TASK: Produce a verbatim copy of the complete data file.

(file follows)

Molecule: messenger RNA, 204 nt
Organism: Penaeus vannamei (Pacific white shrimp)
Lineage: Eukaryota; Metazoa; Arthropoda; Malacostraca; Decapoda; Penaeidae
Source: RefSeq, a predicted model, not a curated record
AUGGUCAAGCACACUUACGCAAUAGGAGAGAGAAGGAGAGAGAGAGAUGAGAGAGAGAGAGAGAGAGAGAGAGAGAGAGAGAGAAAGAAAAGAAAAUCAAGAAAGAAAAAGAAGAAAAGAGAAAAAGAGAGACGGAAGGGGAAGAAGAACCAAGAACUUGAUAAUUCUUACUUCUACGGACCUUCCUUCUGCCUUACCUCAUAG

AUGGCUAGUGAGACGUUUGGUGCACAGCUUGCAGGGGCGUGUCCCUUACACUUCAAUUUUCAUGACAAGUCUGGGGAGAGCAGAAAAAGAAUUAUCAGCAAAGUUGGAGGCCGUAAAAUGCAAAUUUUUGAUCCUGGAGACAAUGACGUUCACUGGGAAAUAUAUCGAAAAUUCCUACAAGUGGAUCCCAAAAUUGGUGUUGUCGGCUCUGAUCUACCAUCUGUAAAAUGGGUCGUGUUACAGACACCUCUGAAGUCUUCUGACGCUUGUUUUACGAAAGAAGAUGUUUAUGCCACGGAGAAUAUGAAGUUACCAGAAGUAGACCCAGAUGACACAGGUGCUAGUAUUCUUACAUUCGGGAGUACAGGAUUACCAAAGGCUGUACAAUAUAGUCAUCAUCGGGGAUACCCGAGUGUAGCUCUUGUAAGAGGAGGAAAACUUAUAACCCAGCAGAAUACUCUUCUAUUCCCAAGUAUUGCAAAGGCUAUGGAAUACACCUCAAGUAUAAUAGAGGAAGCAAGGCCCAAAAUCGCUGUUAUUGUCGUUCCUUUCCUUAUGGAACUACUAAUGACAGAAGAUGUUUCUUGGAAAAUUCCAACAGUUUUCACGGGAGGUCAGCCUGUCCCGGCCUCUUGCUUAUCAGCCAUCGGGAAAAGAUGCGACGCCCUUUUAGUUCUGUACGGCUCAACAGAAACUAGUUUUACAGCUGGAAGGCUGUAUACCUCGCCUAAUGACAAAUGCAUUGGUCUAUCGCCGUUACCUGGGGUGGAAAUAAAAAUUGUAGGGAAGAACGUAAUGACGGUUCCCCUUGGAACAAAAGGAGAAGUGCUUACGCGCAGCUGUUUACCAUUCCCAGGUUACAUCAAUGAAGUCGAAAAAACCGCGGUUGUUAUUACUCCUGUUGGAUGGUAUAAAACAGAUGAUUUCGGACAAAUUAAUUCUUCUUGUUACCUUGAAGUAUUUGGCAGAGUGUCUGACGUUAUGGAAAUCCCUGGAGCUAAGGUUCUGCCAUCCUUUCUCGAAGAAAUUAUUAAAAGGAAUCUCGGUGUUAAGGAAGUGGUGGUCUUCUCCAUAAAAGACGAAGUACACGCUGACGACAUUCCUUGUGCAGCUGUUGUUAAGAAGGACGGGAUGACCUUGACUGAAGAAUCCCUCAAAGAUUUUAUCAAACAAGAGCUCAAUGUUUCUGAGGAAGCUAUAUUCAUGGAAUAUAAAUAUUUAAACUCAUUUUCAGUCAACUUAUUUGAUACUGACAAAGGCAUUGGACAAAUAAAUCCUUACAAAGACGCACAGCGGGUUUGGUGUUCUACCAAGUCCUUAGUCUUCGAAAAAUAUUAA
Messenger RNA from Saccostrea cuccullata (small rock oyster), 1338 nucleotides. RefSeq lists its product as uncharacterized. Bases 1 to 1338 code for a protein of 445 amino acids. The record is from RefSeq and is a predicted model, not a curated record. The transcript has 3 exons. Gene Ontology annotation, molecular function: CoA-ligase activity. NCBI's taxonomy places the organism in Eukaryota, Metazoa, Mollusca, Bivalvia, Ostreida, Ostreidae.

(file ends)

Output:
Molecule: messenger RNA, 204 nt
Organism: Penaeus vannamei (Pacific white shrimp)
Lineage: Eukaryota; Metazoa; Arthropoda; Malacostraca; Decapoda; Penaeidae
Source: RefSeq, a predicted model, not a curated record
AUGGUCAAGCACACUUACGCAAUAGGAGAGAGAAGGAGAGAGAGAGAUGAGAGAGAGAGAGAGAGAGAGAGAGAGAGAGAGAGAAAGAAAAGAAAAUCAAGAAAGAAAAAGAAGAAAAGAGAAAAAGAGAGACGGAAGGGGAAGAAGAACCAAGAACUUGAUAAUUCUUACUUCUACGGACCUUCCUUCUGCCUUACCUCAUAG

AUGGCUAGUGAGACGUUUGGUGCACAGCUUGCAGGGGCGUGUCCCUUACACUUCAAUUUUCAUGACAAGUCUGGGGAGAGCAGAAAAAGAAUUAUCAGCAAAGUUGGAGGCCGUAAAAUGCAAAUUUUUGAUCCUGGAGACAAUGACGUUCACUGGGAAAUAUAUCGAAAAUUCCUACAAGUGGAUCCCAAAAUUGGUGUUGUCGGCUCUGAUCUACCAUCUGUAAAAUGGGUCGUGUUACAGACACCUCUGAAGUCUUCUGACGCUUGUUUUACGAAAGAAGAUGUUUAUGCCACGGAGAAUAUGAAGUUACCAGAAGUAGACCCAGAUGACACAGGUGCUAGUAUUCUUACAUUCGGGAGUACAGGAUUACCAAAGGCUGUACAAUAUAGUCAUCAUCGGGGAUACCCGAGUGUAGCUCUUGUAAGAGGAGGAAAACUUAUAACCCAGCAGAAUACUCUUCUAUUCCCAAGUAUUGCAAAGGCUAUGGAAUACACCUCAAGUAUAAUAGAGGAAGCAAGGCCCAAAAUCGCUGUUAUUGUCGUUCCUUUCCUUAUGGAACUACUAAUGACAGAAGAUGUUUCUUGGAAAAUUCCAACAGUUUUCACGGGAGGUCAGCCUGUCCCGGCCUCUUGCUUAUCAGCCAUCGGGAAAAGAUGCGACGCCCUUUUAGUUCUGUACGGCUCAACAGAAACUAGUUUUACAGCUGGAAGGCUGUAUACCUCGCCUAAUGACAAAUGCAUUGGUCUAUCGCCGUUACCUGGGGUGGAAAUAAAAAUUGUAGGGAAGAACGUAAUGACGGUUCCCCUUGGAACAAAAGGAGAAGUGCUUACGCGCAGCUGUUUACCAUUCCCAGGUUACAUCAAUGAAGUCGAAAAAACCGCGGUUGUUAUUACUCCUGUUGGAUGGUAUAAAACAGAUGAUUUCGGACAAAUUAAUUCUUCUUGUUACCUUGAAGUAUUUGGCAGAGUGUCUGACGUUAUGGAAAUCCCUGGAGCUAAGGUUCUGCCAUCCUUUCUCGAAGAAAUUAUUAAAAGGAAUCUCGGUGUUAAGGAAGUGGUGGUCUUCUCCAUAAAAGACGAAGUACACGCUGACGACAUUCCUUGUGCAGCUGUUGUUAAGAAGGACGGGAUGACCUUGACUGAAGAAUCCCUCAAAGAUUUUAUCAAACAAGAGCUCAAUGUUUCUGAGGAAGCUAUAUUCAUGGAAUAUAAAUAUUUAAACUCAUUUUCAGUCAACUUAUUUGAUACUGACAAAGGCAUUGGACAAAUAAAUCCUUACAAAGACGCACAGCGGGUUUGGUGUUCUACCAAGUCCUUAGUCUUCGAAAAAUAUUAA
Messenger RNA from Saccostrea cuccullata (small rock oyster), 1338 nucleotides. RefSeq lists its product as uncharacterized. Bases 1 to 1338 code for a protein of 445 amino acids. The record is from RefSeq and is a predicted model, not a curated record. The transcript has 3 exons. Gene Ontology annotation, molecular function: CoA-ligase activity. NCBI's taxonomy places the organism in Eukaryota, Metazoa, Mollusca, Bivalvia, Ostreida, Ostreidae.